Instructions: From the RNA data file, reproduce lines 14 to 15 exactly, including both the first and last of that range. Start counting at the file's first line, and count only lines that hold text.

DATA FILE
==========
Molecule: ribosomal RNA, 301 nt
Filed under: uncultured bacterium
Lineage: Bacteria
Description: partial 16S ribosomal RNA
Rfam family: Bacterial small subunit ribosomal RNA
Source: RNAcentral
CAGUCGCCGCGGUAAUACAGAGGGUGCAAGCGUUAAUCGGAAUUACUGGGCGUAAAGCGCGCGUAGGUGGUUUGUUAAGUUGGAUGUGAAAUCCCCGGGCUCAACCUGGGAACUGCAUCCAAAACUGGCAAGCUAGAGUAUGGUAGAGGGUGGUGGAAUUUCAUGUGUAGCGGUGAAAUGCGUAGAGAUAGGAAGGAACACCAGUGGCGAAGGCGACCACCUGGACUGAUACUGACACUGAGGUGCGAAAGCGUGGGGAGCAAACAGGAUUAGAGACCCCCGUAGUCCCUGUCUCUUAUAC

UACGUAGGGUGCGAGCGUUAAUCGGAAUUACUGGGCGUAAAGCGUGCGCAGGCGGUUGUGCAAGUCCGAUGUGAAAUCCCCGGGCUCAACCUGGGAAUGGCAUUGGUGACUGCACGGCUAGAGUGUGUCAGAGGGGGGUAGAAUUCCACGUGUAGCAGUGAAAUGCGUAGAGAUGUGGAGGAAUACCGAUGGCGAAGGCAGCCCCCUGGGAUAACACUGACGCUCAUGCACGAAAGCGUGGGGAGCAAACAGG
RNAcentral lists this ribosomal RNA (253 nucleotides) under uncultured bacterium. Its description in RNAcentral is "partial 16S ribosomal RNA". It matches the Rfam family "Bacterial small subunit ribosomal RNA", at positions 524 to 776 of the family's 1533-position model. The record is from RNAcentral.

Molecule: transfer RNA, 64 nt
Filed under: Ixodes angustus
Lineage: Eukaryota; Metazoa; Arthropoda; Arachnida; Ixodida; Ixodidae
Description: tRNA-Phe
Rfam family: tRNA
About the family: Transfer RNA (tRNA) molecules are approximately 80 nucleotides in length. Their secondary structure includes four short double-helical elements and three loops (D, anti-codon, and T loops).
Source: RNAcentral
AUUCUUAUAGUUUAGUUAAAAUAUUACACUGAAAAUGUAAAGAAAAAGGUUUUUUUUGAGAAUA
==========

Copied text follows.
Rfam family: tRNA
About the family: Transfer RNA (tRNA) molecules are approximately 80 nucleotides in length. Their secondary structure includes four short double-helical elements and three loops (D, anti-codon, and T loops).